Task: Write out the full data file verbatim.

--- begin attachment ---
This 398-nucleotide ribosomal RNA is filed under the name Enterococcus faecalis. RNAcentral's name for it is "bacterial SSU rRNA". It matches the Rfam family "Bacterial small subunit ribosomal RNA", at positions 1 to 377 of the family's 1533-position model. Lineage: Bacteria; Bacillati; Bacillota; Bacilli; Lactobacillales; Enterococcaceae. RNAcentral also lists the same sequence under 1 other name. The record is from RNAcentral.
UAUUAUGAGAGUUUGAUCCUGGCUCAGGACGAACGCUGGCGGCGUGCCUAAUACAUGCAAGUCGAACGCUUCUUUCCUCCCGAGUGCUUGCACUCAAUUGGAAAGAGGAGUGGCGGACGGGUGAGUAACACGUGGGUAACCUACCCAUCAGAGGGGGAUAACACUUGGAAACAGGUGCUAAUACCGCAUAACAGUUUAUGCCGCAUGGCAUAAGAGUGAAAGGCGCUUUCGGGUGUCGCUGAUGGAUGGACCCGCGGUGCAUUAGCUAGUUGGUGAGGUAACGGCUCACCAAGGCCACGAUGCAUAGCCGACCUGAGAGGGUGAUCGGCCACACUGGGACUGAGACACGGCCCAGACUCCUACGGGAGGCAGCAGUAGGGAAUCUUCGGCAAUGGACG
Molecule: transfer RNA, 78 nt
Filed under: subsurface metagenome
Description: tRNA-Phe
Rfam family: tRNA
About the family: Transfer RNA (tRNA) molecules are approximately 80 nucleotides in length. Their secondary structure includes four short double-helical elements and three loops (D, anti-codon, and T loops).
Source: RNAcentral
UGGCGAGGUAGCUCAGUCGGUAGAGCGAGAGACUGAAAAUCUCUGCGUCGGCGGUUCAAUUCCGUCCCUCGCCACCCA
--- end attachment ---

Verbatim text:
This 398-nucleotide ribosomal RNA is filed under the name Enterococcus faecalis. RNAcentral's name for it is "bacterial SSU rRNA". It matches the Rfam family "Bacterial small subunit ribosomal RNA", at positions 1 to 377 of the family's 1533-position model. Lineage: Bacteria; Bacillati; Bacillota; Bacilli; Lactobacillales; Enterococcaceae. RNAcentral also lists the same sequence under 1 other name. The record is from RNAcentral.
UAUUAUGAGAGUUUGAUCCUGGCUCAGGACGAACGCUGGCGGCGUGCCUAAUACAUGCAAGUCGAACGCUUCUUUCCUCCCGAGUGCUUGCACUCAAUUGGAAAGAGGAGUGGCGGACGGGUGAGUAACACGUGGGUAACCUACCCAUCAGAGGGGGAUAACACUUGGAAACAGGUGCUAAUACCGCAUAACAGUUUAUGCCGCAUGGCAUAAGAGUGAAAGGCGCUUUCGGGUGUCGCUGAUGGAUGGACCCGCGGUGCAUUAGCUAGUUGGUGAGGUAACGGCUCACCAAGGCCACGAUGCAUAGCCGACCUGAGAGGGUGAUCGGCCACACUGGGACUGAGACACGGCCCAGACUCCUACGGGAGGCAGCAGUAGGGAAUCUUCGGCAAUGGACG
Molecule: transfer RNA, 78 nt
Filed under: subsurface metagenome
Description: tRNA-Phe
Rfam family: tRNA
About the family: Transfer RNA (tRNA) molecules are approximately 80 nucleotides in length. Their secondary structure includes four short double-helical elements and three loops (D, anti-codon, and T loops).
Source: RNAcentral
UGGCGAGGUAGCUCAGUCGGUAGAGCGAGAGACUGAAAAUCUCUGCGUCGGCGGUUCAAUUCCGUCCCUCGCCACCCA